More Tips for OneLs
August 21, 2006 at 10:00 AM
Professor Vikram Amar has some interesting tips for first-years in his FindLaw column this week. He makes his most insightful point here:
After law school, almost every lawyer serves clients and customers. A lawyer’s clients or customers may include individuals, businesses, government agencies and judges, in-house counsel, or (quite often) other lawyers, such as partners, within a practice group. Successful attorneys develop an effective customer-service mindset; the best lawyers are the ones whose clients or customers walk away the most satisfied.
Although perhaps it is not apparent, law students have clients and customers too - most particularly, we law professors, who are offered the students’ work products in the form of exams, papers and so on. Just as each customer or client in the real world may be looking for slightly different things, so too we law professors might not all react to or consume the same work product in the same way. Being able to quickly figure out what your client or customer is looking for, and to vary your style and approach accordingly, is the kind of skill the real world values, and the kind that should be developed from the beginning of law school.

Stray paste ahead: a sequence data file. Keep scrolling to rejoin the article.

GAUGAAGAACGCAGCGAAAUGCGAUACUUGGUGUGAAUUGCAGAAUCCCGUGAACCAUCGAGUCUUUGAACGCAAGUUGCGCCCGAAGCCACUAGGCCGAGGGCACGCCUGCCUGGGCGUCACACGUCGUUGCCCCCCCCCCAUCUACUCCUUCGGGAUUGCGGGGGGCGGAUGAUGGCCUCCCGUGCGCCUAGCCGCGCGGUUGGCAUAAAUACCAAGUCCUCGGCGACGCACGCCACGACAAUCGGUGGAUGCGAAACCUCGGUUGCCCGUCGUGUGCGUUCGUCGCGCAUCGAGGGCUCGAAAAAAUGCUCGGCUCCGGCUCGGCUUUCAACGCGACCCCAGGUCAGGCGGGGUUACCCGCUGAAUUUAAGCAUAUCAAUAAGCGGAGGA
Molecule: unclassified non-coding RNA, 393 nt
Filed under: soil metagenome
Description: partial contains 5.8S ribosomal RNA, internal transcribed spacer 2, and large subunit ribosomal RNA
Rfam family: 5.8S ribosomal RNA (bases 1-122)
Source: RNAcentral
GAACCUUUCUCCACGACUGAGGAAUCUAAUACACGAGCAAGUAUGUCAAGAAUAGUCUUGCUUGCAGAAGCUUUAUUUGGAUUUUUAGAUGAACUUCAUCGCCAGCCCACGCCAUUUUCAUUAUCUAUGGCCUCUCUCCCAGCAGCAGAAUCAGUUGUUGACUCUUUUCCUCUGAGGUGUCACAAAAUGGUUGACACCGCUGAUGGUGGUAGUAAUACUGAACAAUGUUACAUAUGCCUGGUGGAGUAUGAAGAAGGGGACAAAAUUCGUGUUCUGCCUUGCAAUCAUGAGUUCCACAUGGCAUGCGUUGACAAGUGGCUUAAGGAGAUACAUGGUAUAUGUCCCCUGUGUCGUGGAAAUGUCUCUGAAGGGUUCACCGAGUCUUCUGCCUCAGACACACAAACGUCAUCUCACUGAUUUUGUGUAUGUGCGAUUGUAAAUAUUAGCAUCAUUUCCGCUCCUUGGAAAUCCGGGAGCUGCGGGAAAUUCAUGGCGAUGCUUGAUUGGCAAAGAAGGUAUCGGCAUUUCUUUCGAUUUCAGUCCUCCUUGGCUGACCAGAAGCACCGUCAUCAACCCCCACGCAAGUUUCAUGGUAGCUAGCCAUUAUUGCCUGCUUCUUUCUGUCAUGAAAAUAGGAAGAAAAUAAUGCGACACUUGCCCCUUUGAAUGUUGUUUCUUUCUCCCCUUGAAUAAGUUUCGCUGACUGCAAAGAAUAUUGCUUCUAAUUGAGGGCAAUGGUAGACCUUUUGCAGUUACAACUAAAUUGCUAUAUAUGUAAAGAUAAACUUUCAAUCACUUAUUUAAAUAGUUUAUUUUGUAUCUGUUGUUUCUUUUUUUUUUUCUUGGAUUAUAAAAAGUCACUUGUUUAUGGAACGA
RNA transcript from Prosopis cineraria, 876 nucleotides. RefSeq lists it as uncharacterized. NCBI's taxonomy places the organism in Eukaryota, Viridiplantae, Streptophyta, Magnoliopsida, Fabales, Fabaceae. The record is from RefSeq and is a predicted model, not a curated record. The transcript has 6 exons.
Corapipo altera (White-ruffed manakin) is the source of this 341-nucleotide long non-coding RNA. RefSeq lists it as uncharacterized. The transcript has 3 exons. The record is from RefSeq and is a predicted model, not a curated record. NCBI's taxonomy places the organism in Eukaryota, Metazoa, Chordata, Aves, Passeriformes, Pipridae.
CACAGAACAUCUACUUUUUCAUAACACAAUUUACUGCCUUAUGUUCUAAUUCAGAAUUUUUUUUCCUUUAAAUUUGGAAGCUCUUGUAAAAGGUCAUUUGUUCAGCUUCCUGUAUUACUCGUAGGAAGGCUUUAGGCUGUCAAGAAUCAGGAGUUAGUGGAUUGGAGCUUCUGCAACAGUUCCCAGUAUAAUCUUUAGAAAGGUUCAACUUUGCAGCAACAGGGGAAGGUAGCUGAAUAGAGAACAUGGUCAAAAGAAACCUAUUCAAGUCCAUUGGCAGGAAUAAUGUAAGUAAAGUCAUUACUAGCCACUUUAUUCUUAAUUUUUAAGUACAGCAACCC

As a former practicing attorney, I think it’s never too early for students to start thinking about practice management issues like customer service and marketing. And Professor Amar makes a great point when he notes that, in a way, law professors are like the clients and partners that you will have to learn to please later on when you’re practicing law. Like clients and partners, law professors all have distinctive pet peeves and preferences (I remember one supervising partner who freaked out each time an associate used "i.e." when he or she really should have used "e.g."). It’s a good idea to find out about these predilections before you take the exam or turn in your final paper. I know a lot of law students find it a bit maddening that law professors can take such different approaches to evaluating student work. But a good portion of your professional life will be spent trying to tailor your work product to your clients, so it’s best to develop a strategy for coping with these idiosyncrasies now.